Microsoft Announces Project Sonoma App for 'Deskless Workers'

 
 
By Pedro Hernandez  |  Posted 2016-08-23 Print this article Print
 
 
 
 
 
 
 
Microsoft Project Sonoma, mobile scheduling

Microsoft's Project Sonoma app for iOS and Android devices helps "deskless" employees manage their shifts and collaborate with co-workers.

Microsoft has quietly released a new app called Project Sonoma on both Google Play and the Apple App Store.

Project Sonoma is aimed at "deskless workers," such as those working shifts in restaurants, retail stores and other establishments that are conspicuously devoid of cubicles and desk chairs. Currently, the app is accessible to participants of a private preview program (interested companies can add their names to a waitlist on the app's website).

According to Project Sonoma's app store listings, it generates a summary of workers' upcoming shifts along with more detailed information about the times and duties they are expected to perform. An accompanying screenshot shows a restaurant worker bouncing between the roles of server and host across a handful of upcoming shifts.

To view shifts, Project Sonoma requires an Office 365 account, according to a FAQ on the app's UserVoice page. After logging in, users are guided to a tab labeled My Shifts. "Here, you'll see all your current and upcoming shifts. To see more of your team's shifts, or view your previous shifts, you can tap on the calendar icon at the top right and select a day to view the shifts on that day," explained Microsoft.

The app also features chat functionality for teams and displays "important on-the-job info," according to Microsoft. The company also recently added the ability to trade shifts and ask co-workers to cover shifts.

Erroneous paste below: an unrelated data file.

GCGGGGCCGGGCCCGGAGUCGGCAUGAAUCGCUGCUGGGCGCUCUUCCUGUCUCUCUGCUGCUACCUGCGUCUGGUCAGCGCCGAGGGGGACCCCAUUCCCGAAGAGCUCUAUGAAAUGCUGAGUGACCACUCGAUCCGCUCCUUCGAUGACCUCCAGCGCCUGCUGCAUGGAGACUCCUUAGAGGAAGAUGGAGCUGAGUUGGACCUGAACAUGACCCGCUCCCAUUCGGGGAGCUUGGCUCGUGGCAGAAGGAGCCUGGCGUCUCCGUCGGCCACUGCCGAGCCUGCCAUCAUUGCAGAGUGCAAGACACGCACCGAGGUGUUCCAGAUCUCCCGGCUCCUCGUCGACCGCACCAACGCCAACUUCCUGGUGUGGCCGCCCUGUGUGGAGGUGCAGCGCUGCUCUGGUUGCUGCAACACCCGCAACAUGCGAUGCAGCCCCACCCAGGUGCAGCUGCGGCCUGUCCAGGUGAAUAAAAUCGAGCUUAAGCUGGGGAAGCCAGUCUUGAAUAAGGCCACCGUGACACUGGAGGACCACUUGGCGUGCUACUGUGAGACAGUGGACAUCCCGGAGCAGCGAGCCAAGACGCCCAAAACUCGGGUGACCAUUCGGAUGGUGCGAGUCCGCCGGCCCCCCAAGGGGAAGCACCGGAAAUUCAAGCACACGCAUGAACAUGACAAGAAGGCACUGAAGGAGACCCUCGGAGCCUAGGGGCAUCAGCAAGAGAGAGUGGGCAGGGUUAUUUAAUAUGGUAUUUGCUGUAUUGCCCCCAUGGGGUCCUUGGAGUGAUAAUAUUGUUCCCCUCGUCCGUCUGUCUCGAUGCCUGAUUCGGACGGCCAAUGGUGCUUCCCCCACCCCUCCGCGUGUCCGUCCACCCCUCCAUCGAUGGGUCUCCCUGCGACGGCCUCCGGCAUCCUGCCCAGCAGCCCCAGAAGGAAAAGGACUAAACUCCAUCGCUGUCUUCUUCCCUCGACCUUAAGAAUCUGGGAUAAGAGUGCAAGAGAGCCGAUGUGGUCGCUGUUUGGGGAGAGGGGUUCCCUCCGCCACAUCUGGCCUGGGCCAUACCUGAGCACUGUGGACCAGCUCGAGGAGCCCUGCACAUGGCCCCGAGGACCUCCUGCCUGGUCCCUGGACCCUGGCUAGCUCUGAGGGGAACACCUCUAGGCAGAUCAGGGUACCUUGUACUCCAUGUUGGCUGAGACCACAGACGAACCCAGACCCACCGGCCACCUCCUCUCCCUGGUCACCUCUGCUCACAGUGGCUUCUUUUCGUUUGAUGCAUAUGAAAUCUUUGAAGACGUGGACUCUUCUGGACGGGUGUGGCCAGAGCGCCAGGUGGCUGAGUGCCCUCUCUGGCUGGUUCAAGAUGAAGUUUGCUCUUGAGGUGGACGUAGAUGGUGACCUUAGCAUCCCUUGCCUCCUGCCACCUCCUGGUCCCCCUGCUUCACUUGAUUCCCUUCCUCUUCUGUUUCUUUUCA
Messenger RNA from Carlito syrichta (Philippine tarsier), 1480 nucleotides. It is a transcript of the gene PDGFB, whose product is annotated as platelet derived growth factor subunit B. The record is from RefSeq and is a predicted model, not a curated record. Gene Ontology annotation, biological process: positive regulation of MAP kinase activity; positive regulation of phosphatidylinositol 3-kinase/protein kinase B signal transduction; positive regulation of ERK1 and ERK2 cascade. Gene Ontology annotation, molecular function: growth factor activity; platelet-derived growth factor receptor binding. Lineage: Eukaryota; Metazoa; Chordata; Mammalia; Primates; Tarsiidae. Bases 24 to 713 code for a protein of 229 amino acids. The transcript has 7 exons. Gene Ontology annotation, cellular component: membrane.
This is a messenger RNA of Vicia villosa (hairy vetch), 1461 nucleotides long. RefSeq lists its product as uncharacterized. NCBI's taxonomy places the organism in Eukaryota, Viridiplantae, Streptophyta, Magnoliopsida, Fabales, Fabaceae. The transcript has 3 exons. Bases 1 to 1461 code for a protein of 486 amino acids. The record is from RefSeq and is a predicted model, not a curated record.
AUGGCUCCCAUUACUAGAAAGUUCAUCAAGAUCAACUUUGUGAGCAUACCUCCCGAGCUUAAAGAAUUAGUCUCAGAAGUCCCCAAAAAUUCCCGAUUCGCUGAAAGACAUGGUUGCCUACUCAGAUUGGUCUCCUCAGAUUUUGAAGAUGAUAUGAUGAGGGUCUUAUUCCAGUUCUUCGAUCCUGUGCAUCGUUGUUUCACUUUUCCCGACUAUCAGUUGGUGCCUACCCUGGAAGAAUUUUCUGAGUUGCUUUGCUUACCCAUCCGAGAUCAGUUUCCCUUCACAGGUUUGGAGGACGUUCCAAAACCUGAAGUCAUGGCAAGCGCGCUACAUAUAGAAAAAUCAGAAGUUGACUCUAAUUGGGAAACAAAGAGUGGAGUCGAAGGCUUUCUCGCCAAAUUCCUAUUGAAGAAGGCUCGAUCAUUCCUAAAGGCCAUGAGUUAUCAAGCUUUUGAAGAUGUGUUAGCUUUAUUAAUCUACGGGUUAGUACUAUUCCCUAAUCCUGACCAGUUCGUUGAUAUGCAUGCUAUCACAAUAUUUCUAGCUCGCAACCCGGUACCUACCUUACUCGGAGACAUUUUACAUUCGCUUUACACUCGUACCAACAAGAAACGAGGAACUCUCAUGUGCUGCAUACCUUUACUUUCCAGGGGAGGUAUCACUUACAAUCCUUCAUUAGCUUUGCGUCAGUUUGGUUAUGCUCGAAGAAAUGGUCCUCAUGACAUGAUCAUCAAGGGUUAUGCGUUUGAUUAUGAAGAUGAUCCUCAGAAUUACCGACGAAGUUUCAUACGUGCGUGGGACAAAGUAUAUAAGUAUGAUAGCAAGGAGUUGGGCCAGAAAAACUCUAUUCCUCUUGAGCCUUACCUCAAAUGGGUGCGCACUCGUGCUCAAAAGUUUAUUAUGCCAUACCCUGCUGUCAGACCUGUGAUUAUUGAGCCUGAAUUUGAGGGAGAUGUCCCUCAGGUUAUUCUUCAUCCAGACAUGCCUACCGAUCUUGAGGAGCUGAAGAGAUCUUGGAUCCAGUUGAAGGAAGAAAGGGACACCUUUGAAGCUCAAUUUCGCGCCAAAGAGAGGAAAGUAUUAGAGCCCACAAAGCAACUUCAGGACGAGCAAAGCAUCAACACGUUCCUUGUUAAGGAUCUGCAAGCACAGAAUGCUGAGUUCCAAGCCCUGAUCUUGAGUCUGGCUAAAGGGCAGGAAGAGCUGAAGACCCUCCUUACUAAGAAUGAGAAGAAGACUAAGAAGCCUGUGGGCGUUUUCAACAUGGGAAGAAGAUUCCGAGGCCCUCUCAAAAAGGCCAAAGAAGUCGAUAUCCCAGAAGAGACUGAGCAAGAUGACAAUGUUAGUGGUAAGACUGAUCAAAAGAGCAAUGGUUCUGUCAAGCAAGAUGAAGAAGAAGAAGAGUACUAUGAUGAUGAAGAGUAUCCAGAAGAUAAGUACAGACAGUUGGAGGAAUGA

Project Sonoma is just the latest example of Microsoft's push to help businesses and their workforces get their calendars under control.

In another move concerning scheduling, Microsoft announced on Aug. 23 that it is acquiring Genee, a Mountain View, Calif.-based startup that specializes in artificial intelligence (AI), natural and virtual assistant technologies. Armed with information about a user's calendar, Genee can be used to schedule meetings, meals and other get-togethers with plain-English commands or email invitations.

Instead of sending a calendar invitation with a specific time, users can invite colleagues or clients to coffee sometime in the next week, for example. Genee will suggest suitable times according to a user's availability and automatically send an invitation. "Genee uses natural language processing and optimized decision-making algorithms so that interacting with a virtual assistant is just like interacting with a human one," Rajesh Jha, corporate vice president of Microsoft Outlook and Office 365, said in an Aug. 22 announcement.

Genee currently supports email, Short Message Service (SMS) texting systems, Twitter and select chatbots (Facebook Messenger and Skype). Its time as a stand-alone service grows short, however. Genee will shut down on Sept. 1 as Microsoft begins to integrate the technology into its cloud-enabled Office 365 software suite.

Microsoft is also taking aim at the whiteboard calendars used by service-based companies.

A month ago, Microsoft launched a small-business appointment scheduling service called Bookings. The consumer-facing solution, included with Office 365 Business Premium plans, enables salons and other appointment-based companies to provide online, self-service scheduling to their clients.

 
 
 
 
 
 
 
 
 
 
 
 
 

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